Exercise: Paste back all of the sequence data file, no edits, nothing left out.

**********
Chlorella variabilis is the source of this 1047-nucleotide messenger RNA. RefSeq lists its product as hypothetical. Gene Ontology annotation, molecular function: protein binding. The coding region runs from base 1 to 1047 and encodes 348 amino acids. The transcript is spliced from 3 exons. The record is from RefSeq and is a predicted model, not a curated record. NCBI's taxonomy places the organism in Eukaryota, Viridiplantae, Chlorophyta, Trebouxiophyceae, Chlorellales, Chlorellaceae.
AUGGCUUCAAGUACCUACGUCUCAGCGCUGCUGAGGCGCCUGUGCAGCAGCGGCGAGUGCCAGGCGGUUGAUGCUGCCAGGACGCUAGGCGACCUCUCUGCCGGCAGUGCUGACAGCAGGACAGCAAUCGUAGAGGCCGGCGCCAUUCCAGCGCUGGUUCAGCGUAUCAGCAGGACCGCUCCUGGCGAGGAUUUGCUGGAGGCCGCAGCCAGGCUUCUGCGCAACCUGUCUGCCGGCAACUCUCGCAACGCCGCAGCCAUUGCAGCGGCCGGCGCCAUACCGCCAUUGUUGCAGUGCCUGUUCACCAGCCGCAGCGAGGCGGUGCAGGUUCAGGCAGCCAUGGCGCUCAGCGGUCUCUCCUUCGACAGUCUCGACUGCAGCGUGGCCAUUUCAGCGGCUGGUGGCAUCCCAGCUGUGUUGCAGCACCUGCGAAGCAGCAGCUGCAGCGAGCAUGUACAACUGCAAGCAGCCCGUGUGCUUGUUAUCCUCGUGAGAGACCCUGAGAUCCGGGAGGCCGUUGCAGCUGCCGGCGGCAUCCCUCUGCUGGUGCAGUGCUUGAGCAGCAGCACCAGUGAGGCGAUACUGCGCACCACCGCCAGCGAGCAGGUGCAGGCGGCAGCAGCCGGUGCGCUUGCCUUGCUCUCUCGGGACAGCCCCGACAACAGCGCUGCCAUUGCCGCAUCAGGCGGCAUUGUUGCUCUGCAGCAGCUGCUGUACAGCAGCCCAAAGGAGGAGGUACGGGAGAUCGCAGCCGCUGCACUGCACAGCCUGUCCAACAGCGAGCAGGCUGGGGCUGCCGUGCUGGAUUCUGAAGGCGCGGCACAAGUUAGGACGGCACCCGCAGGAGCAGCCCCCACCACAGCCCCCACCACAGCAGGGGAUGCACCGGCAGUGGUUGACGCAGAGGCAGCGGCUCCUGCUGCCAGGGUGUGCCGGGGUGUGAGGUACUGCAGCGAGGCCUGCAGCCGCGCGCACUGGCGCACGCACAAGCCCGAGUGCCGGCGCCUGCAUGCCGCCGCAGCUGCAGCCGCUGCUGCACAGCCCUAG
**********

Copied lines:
Chlorella variabilis is the source of this 1047-nucleotide messenger RNA. RefSeq lists its product as hypothetical. Gene Ontology annotation, molecular function: protein binding. The coding region runs from base 1 to 1047 and encodes 348 amino acids. The transcript is spliced from 3 exons. The record is from RefSeq and is a predicted model, not a curated record. NCBI's taxonomy places the organism in Eukaryota, Viridiplantae, Chlorophyta, Trebouxiophyceae, Chlorellales, Chlorellaceae.
AUGGCUUCAAGUACCUACGUCUCAGCGCUGCUGAGGCGCCUGUGCAGCAGCGGCGAGUGCCAGGCGGUUGAUGCUGCCAGGACGCUAGGCGACCUCUCUGCCGGCAGUGCUGACAGCAGGACAGCAAUCGUAGAGGCCGGCGCCAUUCCAGCGCUGGUUCAGCGUAUCAGCAGGACCGCUCCUGGCGAGGAUUUGCUGGAGGCCGCAGCCAGGCUUCUGCGCAACCUGUCUGCCGGCAACUCUCGCAACGCCGCAGCCAUUGCAGCGGCCGGCGCCAUACCGCCAUUGUUGCAGUGCCUGUUCACCAGCCGCAGCGAGGCGGUGCAGGUUCAGGCAGCCAUGGCGCUCAGCGGUCUCUCCUUCGACAGUCUCGACUGCAGCGUGGCCAUUUCAGCGGCUGGUGGCAUCCCAGCUGUGUUGCAGCACCUGCGAAGCAGCAGCUGCAGCGAGCAUGUACAACUGCAAGCAGCCCGUGUGCUUGUUAUCCUCGUGAGAGACCCUGAGAUCCGGGAGGCCGUUGCAGCUGCCGGCGGCAUCCCUCUGCUGGUGCAGUGCUUGAGCAGCAGCACCAGUGAGGCGAUACUGCGCACCACCGCCAGCGAGCAGGUGCAGGCGGCAGCAGCCGGUGCGCUUGCCUUGCUCUCUCGGGACAGCCCCGACAACAGCGCUGCCAUUGCCGCAUCAGGCGGCAUUGUUGCUCUGCAGCAGCUGCUGUACAGCAGCCCAAAGGAGGAGGUACGGGAGAUCGCAGCCGCUGCACUGCACAGCCUGUCCAACAGCGAGCAGGCUGGGGCUGCCGUGCUGGAUUCUGAAGGCGCGGCACAAGUUAGGACGGCACCCGCAGGAGCAGCCCCCACCACAGCCCCCACCACAGCAGGGGAUGCACCGGCAGUGGUUGACGCAGAGGCAGCGGCUCCUGCUGCCAGGGUGUGCCGGGGUGUGAGGUACUGCAGCGAGGCCUGCAGCCGCGCGCACUGGCGCACGCACAAGCCCGAGUGCCGGCGCCUGCAUGCCGCCGCAGCUGCAGCCGCUGCUGCACAGCCCUAG